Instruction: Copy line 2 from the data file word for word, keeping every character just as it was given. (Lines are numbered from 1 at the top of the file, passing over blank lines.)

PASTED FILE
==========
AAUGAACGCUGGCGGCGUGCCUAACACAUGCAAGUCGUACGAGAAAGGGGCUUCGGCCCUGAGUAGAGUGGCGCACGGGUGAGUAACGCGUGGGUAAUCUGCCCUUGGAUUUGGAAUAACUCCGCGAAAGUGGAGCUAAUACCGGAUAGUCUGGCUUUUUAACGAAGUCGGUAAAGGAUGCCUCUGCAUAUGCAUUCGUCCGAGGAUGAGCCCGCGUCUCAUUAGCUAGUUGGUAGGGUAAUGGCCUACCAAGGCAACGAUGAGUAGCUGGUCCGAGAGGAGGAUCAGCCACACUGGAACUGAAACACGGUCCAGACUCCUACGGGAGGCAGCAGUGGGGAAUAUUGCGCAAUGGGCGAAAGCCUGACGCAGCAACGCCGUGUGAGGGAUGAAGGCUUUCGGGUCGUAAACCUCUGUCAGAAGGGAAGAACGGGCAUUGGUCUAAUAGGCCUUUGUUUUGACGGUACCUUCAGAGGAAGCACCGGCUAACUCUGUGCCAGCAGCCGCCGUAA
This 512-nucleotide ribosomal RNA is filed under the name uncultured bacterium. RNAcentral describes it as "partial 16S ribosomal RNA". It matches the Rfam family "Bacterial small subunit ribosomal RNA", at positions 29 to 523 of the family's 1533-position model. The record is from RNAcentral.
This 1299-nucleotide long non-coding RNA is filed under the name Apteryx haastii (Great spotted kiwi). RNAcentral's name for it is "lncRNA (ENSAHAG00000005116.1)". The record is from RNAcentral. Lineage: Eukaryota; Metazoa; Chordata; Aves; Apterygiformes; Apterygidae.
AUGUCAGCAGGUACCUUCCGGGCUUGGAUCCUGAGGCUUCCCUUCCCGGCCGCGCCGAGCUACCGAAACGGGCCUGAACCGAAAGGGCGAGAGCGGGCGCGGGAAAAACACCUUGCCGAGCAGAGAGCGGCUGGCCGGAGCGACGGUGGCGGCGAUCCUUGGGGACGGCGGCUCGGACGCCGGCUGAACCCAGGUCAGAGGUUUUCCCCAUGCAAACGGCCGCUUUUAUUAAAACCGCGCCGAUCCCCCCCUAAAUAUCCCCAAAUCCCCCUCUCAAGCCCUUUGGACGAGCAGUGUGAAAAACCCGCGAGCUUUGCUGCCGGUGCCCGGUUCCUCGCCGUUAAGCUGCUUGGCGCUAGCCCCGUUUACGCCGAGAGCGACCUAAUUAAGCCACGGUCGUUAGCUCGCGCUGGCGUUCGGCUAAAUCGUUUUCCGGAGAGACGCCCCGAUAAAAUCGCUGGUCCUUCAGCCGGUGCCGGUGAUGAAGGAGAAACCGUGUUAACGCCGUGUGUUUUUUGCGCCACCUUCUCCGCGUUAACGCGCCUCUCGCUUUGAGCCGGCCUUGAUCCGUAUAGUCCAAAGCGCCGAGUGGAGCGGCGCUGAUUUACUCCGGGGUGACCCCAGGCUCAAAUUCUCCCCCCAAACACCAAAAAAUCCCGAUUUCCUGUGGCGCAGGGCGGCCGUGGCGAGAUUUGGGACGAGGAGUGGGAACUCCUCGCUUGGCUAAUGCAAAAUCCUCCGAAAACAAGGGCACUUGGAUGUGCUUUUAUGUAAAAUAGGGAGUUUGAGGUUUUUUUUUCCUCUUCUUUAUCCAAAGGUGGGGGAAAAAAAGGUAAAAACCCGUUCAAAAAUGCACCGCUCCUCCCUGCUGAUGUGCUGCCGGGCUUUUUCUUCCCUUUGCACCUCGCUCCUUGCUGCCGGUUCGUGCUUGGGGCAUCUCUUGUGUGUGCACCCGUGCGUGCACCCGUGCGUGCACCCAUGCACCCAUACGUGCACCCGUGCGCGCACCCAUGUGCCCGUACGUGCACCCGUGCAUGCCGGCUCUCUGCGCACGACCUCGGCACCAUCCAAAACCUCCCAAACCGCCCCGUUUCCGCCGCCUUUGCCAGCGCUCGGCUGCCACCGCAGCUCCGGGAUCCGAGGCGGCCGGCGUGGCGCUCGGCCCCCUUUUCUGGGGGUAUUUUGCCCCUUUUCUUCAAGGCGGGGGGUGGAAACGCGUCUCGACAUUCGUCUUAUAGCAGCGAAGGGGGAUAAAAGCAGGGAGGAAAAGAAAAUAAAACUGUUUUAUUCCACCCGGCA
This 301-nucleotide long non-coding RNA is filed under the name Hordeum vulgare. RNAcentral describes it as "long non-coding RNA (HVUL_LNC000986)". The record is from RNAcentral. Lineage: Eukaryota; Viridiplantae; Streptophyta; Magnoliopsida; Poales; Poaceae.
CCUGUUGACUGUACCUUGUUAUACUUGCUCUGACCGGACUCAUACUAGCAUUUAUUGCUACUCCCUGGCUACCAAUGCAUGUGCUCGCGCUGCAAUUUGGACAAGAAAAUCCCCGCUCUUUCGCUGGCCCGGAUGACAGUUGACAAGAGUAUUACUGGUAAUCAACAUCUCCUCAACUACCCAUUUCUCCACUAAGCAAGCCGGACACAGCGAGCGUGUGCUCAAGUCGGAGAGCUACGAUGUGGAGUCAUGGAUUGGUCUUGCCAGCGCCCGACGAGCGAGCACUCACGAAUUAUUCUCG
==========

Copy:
This 512-nucleotide ribosomal RNA is filed under the name uncultured bacterium. RNAcentral describes it as "partial 16S ribosomal RNA". It matches the Rfam family "Bacterial small subunit ribosomal RNA", at positions 29 to 523 of the family's 1533-position model. The record is from RNAcentral.